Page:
In the past few days, Sri Lanka has been in the news across South Asia. In Pakistan, Lankan cricketers get sprayed with bullets. The attack leads to unprecedented traffic jams in Kathmandu, as Lankan President Mahinda Rajapakse’s pilgrimage to Lumbini gets aborted and he returns home amidst high security. In New Delhi, Foreign Minister Pranab Mukherjee is getting used to making frequent statements on Lanka and one waits for the day when he might rightly pronounce the word, Puthukudiyiruppu, the current theatre of the longest-ranging civil war in Asia between the Sinhala Army and LTTE.
And yet, we know almost nothing about what exactly is happening in the Vanni belt in North Sri Lanka, the last hideout of LTTE, but also the zone where over 250,000 civilians are said to be trapped, caught in the crossfire. It is as if the regional and international media is exercising a combined strategy of silence on what is perhaps one of the most brutal military engagements in recent memory. The Lankan government has declined all media requests for observing and reporting the war. A few foreign correspondents have been taken on guided tours. It is a war without witnesses.
But by all accounts, it is a dirty war. The Rajapakse government has mutated, over the past two years, into an oligarchy of a handful of power-hungry personalities, many of them having dual citizenship or being outright “foreigners”. The cabinet comprises 105 ministers — the largest anywhere in the world. Of these, Gotabhaya Rajapakse, the defence secretary, is a hardline militarist, with a stated intention of finishing the war on LTTE before the Sinhala New Year in April. Neither he nor his commander Sarath Fonseka and his rabidly chauvinist adviser Champika Ranawaka of JHU (the “Monk’s Party”) are known to have any compunction about human rights violations or extra-judicial excesses and have been insensitive to large-scale Tamil civilian casualties in the war.
Over the past few months, the war atmosphere in the North is also being turned around to hit at dissenting voices and critics in Colombo. Such is the level of threat-perception in the media that, according to one estimate, almost 80 per cent of the practising journalists have now left the country for personal safety reasons. In early January this year, the offices of MTV, the largest independent TV station in the country, were vandalised by an armed group. MTV was accused of not glorifying, sufficiently enough, the army’s victories in the North. Days later, Lasantha Wickrematunga, the high-profile editor of Sunday Leader, who had been a consistent critic of the Mahinda presidency, its corruptions and its war-mongering, was assassinated at a busy square in broad daylight. Subsequently, several senior journalists and columnists have been variously dubbed as “traitors” or “tigers” and have been warned. Many of them, Lasantha-style, go around with their own obituaries in their pocket.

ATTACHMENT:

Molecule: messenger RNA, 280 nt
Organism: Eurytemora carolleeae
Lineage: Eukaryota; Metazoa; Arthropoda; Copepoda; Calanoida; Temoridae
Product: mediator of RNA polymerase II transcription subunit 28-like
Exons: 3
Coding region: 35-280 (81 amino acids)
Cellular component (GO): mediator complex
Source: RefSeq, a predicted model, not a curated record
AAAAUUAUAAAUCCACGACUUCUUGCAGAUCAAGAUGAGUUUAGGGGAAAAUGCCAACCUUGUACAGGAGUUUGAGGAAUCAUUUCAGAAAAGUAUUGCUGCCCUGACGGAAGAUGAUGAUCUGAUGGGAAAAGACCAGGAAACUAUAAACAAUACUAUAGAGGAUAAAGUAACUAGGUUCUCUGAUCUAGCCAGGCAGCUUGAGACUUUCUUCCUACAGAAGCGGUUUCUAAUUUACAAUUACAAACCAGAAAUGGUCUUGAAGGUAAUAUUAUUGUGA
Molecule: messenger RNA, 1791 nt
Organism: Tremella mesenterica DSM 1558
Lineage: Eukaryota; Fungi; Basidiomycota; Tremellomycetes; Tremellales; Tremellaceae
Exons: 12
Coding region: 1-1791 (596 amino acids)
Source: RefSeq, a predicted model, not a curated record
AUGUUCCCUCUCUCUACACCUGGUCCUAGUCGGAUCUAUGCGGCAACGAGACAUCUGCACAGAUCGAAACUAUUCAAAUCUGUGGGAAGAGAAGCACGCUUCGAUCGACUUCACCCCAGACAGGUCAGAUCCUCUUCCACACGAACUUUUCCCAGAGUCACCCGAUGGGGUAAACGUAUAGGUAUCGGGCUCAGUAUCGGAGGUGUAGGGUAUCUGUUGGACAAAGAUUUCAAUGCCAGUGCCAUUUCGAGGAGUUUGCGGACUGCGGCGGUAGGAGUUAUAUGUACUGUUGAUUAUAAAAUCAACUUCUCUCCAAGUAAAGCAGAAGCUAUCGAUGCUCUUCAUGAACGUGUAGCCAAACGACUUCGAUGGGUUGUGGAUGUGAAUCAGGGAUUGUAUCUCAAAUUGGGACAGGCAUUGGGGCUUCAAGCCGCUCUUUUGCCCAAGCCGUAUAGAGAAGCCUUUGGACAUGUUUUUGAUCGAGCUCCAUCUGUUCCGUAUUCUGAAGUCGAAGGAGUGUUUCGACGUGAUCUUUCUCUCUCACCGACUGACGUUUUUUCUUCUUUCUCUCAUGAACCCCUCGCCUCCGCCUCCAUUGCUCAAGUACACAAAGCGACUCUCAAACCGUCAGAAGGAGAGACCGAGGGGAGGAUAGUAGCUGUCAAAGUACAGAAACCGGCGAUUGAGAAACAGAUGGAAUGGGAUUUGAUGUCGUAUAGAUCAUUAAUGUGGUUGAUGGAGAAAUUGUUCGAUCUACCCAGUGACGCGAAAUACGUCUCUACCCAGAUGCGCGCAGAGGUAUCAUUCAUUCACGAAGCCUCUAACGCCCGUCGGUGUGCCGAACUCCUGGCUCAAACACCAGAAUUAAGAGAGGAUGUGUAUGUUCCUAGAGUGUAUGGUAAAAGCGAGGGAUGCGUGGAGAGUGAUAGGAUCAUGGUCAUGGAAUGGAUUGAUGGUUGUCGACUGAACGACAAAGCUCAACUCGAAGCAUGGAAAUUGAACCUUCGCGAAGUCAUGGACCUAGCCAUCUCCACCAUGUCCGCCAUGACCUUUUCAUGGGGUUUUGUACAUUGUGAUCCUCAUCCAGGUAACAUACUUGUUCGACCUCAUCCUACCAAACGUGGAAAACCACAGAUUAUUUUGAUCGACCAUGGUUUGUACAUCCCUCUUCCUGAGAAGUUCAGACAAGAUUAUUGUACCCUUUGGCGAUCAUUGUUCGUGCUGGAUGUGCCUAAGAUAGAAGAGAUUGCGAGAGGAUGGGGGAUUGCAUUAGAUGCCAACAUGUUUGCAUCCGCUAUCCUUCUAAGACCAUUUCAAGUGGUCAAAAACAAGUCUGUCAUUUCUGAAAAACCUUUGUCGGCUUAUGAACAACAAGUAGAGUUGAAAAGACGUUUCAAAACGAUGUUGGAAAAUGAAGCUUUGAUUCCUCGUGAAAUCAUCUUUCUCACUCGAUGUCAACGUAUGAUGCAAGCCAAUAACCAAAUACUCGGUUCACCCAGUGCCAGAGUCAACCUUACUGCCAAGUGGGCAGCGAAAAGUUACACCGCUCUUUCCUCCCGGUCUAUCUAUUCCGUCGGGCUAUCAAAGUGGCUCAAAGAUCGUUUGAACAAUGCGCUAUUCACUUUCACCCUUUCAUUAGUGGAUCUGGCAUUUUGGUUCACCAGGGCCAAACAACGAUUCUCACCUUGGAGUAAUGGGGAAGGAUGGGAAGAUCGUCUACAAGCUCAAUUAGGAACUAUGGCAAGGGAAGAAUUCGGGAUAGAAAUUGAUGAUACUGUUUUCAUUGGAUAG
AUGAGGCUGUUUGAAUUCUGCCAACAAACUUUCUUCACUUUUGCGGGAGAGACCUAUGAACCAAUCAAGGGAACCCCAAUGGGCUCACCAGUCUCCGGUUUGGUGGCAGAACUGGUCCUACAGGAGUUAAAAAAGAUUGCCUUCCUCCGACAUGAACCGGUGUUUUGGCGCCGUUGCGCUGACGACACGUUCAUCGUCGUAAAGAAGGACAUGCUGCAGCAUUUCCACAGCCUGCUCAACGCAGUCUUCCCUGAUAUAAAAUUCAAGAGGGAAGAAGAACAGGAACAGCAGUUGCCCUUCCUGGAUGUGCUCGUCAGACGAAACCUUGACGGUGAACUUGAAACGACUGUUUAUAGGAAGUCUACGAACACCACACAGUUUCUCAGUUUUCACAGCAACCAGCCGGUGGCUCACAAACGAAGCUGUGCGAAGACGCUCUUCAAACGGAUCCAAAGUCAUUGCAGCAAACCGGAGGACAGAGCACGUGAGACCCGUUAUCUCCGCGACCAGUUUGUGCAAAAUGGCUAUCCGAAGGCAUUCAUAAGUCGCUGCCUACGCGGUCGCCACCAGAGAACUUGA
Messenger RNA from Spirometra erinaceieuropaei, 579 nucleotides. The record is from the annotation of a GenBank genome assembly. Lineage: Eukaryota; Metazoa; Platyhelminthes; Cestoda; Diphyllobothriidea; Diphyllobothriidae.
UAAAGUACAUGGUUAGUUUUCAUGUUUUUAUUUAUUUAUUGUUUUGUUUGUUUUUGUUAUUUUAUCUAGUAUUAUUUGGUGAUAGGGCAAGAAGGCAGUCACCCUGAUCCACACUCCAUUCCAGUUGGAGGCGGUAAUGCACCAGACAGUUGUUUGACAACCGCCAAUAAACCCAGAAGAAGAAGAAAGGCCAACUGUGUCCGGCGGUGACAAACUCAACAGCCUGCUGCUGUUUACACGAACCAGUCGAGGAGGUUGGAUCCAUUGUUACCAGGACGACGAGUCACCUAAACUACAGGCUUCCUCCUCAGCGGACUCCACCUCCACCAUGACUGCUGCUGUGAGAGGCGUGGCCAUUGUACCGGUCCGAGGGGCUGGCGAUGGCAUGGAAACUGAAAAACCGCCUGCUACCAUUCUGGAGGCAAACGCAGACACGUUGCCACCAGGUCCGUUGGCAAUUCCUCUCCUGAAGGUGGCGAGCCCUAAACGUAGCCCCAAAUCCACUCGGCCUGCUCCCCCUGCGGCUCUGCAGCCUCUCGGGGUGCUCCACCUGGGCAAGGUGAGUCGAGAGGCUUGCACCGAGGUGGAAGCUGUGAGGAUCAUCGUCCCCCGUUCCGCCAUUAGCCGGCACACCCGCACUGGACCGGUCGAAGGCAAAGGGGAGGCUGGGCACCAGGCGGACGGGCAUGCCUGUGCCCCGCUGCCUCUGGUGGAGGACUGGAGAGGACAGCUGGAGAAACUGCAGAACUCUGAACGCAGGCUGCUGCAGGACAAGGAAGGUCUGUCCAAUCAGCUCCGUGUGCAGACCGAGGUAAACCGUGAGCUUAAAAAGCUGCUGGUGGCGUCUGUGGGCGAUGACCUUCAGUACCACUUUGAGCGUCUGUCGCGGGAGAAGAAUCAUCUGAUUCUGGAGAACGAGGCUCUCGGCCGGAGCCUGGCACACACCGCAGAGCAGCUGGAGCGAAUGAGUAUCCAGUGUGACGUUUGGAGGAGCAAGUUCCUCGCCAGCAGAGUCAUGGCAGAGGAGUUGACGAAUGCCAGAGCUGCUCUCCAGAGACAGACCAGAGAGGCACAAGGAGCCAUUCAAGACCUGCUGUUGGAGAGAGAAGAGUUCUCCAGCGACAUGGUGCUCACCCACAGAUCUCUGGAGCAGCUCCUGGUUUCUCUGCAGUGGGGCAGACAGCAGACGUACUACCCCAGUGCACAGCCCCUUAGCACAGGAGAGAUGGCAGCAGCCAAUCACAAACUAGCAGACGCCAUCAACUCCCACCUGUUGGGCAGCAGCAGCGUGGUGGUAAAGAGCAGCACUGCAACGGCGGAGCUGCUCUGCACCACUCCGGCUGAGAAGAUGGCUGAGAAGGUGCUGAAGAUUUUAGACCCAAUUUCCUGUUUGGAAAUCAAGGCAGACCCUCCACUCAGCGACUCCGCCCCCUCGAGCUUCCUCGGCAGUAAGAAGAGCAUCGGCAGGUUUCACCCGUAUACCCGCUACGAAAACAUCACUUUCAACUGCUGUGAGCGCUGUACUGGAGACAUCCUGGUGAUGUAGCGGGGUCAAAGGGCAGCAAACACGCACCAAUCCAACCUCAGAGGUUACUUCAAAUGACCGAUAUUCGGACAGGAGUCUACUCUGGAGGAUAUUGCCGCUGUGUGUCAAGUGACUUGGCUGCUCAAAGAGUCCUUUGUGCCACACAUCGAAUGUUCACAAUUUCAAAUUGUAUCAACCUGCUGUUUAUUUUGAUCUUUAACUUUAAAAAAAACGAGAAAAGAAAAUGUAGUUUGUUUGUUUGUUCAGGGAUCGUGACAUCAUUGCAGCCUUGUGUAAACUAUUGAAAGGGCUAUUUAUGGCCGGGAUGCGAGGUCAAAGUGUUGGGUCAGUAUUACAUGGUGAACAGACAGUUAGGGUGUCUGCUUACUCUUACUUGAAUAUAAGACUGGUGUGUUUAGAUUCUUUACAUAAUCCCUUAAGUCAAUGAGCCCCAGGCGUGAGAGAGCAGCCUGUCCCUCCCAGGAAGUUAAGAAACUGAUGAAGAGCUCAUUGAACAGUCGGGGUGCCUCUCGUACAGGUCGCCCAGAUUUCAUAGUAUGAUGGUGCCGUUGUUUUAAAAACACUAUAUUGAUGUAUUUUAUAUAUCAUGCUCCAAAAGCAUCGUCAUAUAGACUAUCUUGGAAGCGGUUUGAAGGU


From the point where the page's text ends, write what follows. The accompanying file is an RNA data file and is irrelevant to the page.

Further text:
Not for nothing has Amnesty International now described Sri Lanka as “the most dangerous country to report from.” Also Reporters Without Borders, which compiles the World Press Freedom Index, has rated Sri Lanka to be 163rd out of 173 countries in 2008, the lowest for any “democracy” in the world.
Simultaneously, civilian Tamil populations, on the run from the war in Kilinocchi and Mullaithivu, are being herded and corralled into detention centres (called “welfare” centres) and there seems to be a plan to hold them here for at least three years to be used for block votes during elections as well as to be sanitised from “Tiger” influence. Besides enormous human rights violations and humiliation, it is also leading to medical and food crises and daily deaths.
In the South, people speak fearfully of the “white van” (death squad) culture, in which van loads of armed assassins, with full knowledge of the government, pick up political dissidents from the streets and shoot them or incarcerate them in private “interrogation” houses. This level of physical repression, particularly of the media, also prevents those in the South from having any knowledge of the real situation in the North and East of the country.
This escalation of “impunity” of the Sinhala state comes at the end, perhaps of a cycle in Sri Lankan history. There is a looking ahead now to what might be called a “post-LTTE” era. However, this comes along with a deliberate suppression of the “devolution debate,” as it has been described over the past 25 years of attrition. Sinhala nationalist voices seem to have surfaced all over again. It is being openly advocated that after the war, they will engage with issues of security and development and not of minorities. It has the makings of a recipe for the repeat of a hegemonic, majoritarian state all over again. Some 30 years of bloodletting and Tamil misery and sacrifice would have come to naught.